You can be evicted from your apartment for too long. This also applies to owners of proprietary apartments. Then, we can be evicted because the bailiff takes over the apartment for debt repayment. What can we do if we are in such […]
You can be evicted from your apartment for too long. This also applies to owners of proprietary apartments. Then, we can be evicted because the bailiff takes over the apartment for debt repayment. What can we do if we are in such danger?
We are responsible for debts with our personal assets. If we have an apartment, then it is also part of this property and can be taken over by the debt collector.
It is best to avoid such a situation, i.e. when it comes to debt, we should contact the creditor and try to settle the matter amicably. Most often, there is a chance to spread the debt into even smaller installments by extending the repayment period. Then we will be able to slowly and systematically donate money and put aside the risk of seizure bailiffs.
As a debtor, you have your rights
However, when things have gone so far that we are threatened with eviction for debts from a private flat, we must remember that even as a debtor we have rights.
Pursuant to the regulations, the bailiff performing the obligation to empty the premises serving the housing needs on the basis of the enforceable title, which does not indicate the right of the debtor to social or replacement housing, must suspend this operation until the debtor will be entitled to a legal title to another premises or premises to live. So, when we have no place to move, we have no rights to social or replacement premises, we can not be evicted.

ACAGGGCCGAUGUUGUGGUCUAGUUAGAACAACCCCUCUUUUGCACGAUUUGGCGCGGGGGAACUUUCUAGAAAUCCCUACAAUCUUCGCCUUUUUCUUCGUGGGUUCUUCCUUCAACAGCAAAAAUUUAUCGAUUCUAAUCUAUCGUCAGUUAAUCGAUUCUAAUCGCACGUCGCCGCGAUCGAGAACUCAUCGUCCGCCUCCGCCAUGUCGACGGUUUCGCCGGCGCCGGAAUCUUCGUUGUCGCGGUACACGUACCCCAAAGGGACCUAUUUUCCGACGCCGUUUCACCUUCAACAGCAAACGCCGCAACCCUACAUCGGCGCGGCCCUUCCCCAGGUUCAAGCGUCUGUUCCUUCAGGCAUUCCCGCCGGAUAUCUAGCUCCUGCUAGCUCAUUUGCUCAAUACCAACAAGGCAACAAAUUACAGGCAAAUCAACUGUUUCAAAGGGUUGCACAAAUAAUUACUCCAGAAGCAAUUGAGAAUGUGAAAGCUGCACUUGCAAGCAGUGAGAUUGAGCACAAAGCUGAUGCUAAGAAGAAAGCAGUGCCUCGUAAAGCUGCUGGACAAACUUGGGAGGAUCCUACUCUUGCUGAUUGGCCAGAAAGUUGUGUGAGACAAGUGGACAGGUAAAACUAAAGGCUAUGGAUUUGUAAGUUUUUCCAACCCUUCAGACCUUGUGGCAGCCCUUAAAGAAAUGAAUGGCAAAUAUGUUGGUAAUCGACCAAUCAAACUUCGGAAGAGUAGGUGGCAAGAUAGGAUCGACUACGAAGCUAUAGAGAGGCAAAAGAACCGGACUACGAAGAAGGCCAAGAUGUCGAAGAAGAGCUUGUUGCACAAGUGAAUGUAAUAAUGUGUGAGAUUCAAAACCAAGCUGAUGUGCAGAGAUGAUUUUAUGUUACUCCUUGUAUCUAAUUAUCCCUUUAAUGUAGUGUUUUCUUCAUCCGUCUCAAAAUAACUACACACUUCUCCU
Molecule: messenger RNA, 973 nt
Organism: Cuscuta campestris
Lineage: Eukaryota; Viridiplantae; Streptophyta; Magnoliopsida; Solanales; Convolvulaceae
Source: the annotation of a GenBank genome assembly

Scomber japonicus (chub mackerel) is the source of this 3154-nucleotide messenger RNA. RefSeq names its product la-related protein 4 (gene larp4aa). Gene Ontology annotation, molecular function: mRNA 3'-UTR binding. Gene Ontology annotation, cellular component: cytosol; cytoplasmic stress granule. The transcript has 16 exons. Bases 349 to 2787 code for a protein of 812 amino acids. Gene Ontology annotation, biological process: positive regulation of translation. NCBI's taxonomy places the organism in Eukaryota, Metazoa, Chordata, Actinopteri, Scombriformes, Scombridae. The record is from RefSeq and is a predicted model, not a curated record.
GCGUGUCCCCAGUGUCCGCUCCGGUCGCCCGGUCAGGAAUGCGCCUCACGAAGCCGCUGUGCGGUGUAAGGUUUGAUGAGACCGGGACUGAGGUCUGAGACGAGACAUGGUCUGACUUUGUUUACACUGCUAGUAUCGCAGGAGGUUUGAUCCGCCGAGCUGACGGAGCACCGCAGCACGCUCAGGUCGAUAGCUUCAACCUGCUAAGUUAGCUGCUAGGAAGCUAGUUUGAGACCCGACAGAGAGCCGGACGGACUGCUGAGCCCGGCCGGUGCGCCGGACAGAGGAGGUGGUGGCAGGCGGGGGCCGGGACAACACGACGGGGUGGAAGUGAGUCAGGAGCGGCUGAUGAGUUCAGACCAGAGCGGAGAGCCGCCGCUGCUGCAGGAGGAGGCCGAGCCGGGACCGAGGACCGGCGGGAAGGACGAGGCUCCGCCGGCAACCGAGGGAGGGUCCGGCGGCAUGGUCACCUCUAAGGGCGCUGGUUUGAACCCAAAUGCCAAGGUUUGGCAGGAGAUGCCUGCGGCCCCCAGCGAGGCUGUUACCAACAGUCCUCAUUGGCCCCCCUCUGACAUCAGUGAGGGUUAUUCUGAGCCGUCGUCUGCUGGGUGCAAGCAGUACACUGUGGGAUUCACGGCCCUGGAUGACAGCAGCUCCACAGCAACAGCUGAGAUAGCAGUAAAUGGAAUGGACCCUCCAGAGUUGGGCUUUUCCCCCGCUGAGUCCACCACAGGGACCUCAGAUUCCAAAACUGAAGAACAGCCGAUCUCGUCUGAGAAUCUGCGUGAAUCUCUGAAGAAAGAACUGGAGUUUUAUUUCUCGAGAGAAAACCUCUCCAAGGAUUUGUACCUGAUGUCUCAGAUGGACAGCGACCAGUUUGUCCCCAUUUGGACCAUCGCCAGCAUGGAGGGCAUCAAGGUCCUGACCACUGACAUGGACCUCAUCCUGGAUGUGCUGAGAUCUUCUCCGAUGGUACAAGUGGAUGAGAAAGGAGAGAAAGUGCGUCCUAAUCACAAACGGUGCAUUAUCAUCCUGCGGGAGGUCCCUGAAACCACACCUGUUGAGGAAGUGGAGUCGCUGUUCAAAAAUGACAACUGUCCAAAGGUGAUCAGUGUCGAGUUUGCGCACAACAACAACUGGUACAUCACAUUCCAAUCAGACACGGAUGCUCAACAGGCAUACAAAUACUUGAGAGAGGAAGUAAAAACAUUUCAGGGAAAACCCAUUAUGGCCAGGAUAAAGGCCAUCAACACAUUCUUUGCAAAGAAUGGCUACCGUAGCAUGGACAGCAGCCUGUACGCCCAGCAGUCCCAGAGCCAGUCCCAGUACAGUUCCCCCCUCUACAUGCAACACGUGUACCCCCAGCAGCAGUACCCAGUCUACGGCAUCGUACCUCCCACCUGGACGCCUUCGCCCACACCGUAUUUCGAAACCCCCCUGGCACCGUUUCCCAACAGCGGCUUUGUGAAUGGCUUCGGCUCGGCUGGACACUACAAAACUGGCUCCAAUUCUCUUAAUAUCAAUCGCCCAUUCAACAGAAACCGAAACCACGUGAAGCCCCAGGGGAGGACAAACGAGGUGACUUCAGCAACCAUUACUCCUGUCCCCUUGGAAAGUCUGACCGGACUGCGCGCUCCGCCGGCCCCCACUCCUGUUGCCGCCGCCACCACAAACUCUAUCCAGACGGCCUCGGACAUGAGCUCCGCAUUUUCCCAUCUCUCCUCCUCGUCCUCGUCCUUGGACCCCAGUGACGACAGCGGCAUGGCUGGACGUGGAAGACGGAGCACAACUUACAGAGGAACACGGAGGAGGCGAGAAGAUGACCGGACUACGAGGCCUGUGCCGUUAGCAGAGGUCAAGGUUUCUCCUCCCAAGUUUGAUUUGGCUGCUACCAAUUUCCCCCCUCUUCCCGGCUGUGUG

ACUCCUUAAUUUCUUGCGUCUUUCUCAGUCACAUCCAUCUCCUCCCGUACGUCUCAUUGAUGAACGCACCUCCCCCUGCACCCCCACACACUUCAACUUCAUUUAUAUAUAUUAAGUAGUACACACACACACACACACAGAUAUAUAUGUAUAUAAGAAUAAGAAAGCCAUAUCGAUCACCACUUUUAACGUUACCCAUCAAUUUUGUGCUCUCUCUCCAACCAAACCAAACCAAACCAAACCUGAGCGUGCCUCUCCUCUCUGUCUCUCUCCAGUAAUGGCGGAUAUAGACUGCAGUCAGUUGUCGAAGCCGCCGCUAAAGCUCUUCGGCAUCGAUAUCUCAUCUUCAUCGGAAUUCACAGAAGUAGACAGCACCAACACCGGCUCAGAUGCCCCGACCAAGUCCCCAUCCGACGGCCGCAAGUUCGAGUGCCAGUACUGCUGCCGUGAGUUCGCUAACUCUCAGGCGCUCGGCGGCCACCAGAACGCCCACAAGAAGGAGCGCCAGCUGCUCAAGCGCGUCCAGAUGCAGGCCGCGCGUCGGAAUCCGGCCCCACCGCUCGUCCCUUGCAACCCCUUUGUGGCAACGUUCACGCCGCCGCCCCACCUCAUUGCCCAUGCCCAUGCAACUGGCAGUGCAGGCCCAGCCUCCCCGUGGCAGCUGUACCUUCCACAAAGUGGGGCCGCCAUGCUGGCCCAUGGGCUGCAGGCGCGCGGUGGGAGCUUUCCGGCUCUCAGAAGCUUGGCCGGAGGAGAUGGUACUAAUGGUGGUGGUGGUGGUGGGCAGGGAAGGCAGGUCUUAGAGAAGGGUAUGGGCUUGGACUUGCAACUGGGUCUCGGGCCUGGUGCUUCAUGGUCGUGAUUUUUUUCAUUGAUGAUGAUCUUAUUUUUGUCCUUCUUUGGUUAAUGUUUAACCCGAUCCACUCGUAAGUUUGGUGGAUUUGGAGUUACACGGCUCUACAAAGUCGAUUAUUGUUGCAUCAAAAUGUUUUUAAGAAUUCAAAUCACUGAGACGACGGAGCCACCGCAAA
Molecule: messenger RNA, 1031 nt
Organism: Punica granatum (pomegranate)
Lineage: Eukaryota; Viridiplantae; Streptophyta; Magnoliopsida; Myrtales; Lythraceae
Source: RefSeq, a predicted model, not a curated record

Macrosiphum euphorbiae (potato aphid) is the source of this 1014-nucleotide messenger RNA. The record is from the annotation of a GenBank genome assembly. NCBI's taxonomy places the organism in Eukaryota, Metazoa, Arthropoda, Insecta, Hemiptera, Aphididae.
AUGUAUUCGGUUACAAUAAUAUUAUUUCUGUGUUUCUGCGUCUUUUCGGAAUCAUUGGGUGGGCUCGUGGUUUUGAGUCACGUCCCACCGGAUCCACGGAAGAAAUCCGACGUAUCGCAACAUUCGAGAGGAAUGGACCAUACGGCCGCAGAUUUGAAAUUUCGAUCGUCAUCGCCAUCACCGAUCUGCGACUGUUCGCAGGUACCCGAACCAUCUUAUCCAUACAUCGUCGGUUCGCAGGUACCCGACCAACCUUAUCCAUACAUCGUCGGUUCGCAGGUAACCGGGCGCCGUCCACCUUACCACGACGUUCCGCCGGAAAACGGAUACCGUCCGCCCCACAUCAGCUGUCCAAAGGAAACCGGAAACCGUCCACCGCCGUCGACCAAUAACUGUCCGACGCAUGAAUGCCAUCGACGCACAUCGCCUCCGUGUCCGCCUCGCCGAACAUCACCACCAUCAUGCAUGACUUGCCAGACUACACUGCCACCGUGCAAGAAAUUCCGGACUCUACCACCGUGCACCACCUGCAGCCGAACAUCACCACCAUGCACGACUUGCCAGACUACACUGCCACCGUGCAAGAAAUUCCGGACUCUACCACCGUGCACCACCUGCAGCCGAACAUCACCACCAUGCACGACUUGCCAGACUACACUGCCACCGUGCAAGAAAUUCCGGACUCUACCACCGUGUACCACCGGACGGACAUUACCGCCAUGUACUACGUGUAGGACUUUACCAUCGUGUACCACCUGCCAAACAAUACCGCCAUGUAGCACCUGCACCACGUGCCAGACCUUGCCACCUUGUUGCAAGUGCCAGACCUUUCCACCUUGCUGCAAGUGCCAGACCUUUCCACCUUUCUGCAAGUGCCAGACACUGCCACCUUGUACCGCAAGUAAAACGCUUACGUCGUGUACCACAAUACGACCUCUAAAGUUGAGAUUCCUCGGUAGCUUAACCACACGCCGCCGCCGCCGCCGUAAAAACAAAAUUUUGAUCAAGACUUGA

The eviction may proceed in a situation where the commune competent for the location of the premises to be emptied, at the request of the bailiff, will provide the debtor with a temporary room, provided that the debtor has the right to temporary accommodation.
If the municipality does not indicate a temporary room within 6 months, in this case the bailiff may remove the debtor to the night shelter, shelter or other establishment providing accommodation, which the municipality is obliged to indicate the premises to be emptied. When the bailiff removes the debtor to a night shelter, shelter or other establishment providing accommodation, he must notify the municipality of the need to provide the debtor with a temporary room. This can not take place from November 1 to March 31 of the following year, inclusive.
Many municipalities have difficulties with the lack of social housing, which is why evictions are most often issues that last for years. Therefore, debtors most often stay in indebted premises all the time.
Ask specialists for help
When we are threatened with eviction from the proprietor’s premises, and we do not know what to do, it is best to go to specialists. We can approach lawyers offering their services pro publico bono or take advantage of free legal advice provided in many cities. We can also turn to organizations that deal with the help of evicted persons and those who face eviction.